The first screen of User Settings is the “General” tab.   Here we get into some more unique settings to the SteadyState product.   While it has the function to prevent the user from making permanent changes the most interesting thing is the log off options,  The ability to add a greatest amount of use time or an idle time is done by the use of two helper applications that are installed with SteadyState.   Being able to always display the session countdown allows the user to see how much time they have left before the log off procedure is invoked.   Restart computer after log off allows the Windows Disk Protection to kick in and reset the machine back to a clean state.   While this is nice, the same option could be invoked by creating a log-off script.


The User Settings \ Windows Restrictions tab allows you to hide drives, set default restriction levels and takes the start menu restrictions straight out of the security policy.  This is simple to replicate with a domain group policy.


Screen 2 of Windows Restrictions


Screen 3 of Windows Restrictions


Screen 4 of Windows Restrictions

Feature restrictions are more policies that have been taken straight out of the local security policy (domain policy manager).


Screen 2 of Feature Restrictions


Screen 3 of Feature Restrictions

Screen 4 of Feature Restrictions


While SteadyState allows you to block certain programs, locally installed antivirus can normally do this.  Normally you wouldn’t want this in a kiosk environment.  A better scenario is using group policies to allow only the programs you specify to run.  Using the SteadyState scenario if someone ran a rogue application off their USB drive (if you’ve given them access) or renamed an EXE that was blocked that doesn’t need registry access, well I doubt that SteadyState could do anything to stop this.


Importing users is done via a normal windows save/open dialogue box.   It loads files done with a supported *.ssu extenstion.


Exporting is done in a proprietary *.ssu file extension once again using the standard windows open / save dialogue box.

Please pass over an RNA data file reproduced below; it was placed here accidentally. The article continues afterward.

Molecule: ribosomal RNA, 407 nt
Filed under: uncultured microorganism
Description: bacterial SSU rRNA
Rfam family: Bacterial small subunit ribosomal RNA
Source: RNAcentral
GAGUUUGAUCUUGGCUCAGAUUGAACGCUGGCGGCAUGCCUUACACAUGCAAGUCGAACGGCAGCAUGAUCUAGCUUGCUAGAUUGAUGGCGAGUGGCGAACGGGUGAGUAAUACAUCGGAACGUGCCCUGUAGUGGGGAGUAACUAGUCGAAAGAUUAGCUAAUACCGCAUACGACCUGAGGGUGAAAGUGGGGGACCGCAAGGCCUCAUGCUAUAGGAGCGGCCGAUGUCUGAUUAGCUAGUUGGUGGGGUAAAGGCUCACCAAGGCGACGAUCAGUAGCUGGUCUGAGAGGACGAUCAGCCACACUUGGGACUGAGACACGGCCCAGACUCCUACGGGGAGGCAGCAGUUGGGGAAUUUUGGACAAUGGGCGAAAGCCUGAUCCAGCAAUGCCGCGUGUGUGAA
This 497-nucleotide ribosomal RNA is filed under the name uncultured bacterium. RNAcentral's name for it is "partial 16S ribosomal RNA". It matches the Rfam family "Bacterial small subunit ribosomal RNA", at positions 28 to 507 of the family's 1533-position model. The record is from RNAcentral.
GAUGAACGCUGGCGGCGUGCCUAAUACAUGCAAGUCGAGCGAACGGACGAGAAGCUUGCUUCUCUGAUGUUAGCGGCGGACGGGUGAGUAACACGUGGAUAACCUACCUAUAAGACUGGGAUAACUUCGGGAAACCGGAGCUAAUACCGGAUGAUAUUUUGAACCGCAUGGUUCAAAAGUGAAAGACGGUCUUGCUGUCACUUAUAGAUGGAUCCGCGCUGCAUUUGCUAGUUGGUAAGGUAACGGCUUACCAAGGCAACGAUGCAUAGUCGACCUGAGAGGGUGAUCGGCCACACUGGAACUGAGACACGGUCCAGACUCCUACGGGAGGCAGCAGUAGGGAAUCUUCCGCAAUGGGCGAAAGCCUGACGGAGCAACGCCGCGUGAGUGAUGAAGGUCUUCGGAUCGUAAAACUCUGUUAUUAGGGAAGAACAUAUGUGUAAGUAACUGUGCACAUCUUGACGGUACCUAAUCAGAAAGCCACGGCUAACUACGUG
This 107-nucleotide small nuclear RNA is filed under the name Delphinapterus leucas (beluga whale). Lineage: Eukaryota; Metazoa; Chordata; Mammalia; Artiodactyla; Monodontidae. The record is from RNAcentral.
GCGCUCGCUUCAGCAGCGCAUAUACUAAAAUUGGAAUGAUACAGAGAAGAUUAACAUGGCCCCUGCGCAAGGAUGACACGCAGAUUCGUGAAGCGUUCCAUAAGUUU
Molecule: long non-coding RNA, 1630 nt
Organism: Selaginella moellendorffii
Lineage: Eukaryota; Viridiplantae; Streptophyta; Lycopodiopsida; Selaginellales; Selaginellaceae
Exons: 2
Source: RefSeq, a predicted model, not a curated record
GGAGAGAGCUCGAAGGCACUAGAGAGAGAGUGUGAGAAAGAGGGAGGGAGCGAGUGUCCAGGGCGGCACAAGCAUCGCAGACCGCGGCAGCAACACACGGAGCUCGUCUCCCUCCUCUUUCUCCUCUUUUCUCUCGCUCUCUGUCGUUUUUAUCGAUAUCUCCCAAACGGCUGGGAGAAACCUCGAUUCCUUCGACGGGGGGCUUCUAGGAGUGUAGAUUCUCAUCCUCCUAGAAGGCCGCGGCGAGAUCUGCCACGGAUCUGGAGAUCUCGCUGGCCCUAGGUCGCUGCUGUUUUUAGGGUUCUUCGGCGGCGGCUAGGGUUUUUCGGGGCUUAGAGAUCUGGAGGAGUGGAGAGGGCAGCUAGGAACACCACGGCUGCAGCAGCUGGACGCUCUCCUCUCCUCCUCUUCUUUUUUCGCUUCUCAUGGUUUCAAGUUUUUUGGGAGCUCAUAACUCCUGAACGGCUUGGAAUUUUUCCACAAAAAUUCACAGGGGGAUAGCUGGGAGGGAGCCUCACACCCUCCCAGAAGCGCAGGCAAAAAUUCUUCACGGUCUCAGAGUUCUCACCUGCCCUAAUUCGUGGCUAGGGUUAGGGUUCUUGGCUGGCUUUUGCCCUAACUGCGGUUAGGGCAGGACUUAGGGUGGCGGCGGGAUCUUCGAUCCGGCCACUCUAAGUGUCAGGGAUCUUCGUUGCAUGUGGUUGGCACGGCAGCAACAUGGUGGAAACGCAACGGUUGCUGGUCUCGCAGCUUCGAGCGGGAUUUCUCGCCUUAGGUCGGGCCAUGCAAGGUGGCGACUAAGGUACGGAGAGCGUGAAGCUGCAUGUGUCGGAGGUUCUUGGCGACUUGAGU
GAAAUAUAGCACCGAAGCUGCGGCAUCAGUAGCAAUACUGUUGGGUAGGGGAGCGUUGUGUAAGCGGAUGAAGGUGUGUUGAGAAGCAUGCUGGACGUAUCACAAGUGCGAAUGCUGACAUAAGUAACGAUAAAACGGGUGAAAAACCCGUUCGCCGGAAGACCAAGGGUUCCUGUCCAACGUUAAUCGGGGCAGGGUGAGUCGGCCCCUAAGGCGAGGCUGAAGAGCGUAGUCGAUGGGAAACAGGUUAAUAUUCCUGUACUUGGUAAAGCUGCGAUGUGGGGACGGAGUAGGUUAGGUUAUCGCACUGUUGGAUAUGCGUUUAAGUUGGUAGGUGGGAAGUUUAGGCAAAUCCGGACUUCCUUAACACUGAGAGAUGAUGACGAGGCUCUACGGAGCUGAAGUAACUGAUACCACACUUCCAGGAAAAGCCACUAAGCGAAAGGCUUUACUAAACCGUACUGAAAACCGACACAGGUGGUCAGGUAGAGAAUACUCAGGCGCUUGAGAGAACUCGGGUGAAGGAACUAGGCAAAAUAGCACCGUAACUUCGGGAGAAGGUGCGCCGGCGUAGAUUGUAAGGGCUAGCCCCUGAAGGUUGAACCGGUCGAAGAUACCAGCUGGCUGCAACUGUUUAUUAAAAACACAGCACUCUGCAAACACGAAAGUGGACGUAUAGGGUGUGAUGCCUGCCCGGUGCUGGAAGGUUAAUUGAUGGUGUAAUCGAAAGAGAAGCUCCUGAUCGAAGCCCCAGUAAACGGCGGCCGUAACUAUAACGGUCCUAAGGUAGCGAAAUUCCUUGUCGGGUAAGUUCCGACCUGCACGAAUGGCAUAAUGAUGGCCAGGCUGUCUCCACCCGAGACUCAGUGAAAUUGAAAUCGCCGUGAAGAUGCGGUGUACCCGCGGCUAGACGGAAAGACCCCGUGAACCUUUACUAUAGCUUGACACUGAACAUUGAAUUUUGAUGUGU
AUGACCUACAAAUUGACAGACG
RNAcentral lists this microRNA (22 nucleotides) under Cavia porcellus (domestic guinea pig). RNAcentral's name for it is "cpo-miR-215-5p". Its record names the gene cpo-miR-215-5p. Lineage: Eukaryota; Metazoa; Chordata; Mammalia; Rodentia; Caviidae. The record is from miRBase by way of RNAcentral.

Can I recommend SteadyState?

For 90% of what it does I wouldn’t use SteadyState at all but would personally rely on centrally controlled and maintained group policies within a domain environment.   What does shine though is the Windows Drive Protection and the helper utilities that handle logoff  timers – though with the idle time out I would more likely just use a script I controlled which could be invoked by the screensaver kicking in.

I didn’t go through the group policies under the user restrictions since it’s almost verbatim down the list under the policy management.  If you have any questions on a setting to restrict without using the SteadyState feel free to ask.   The biggest disadvantage to SteadyState is that it uses local accounts that can’t be managed remotely with ease.   Being at a company where everything is done to avoid using local accounts I can say this is bad mojo.

I may use the the drive protection and timeout applications, we’ll see when this project is truly finished.

Reference Links:

Windows SteadyState Worldwide page

Windows SteadyState Readme File

Windows SteadyState Technical FAQ

Windows SteadyState Handbook

The Desktop Files: Shared Computing with Windows SteadyState

The Kiosk Series:

The Kiosk Series – Part One – Choices For Your Environment

The Kiosk Series – Part Two – Management Considerations For Your Environment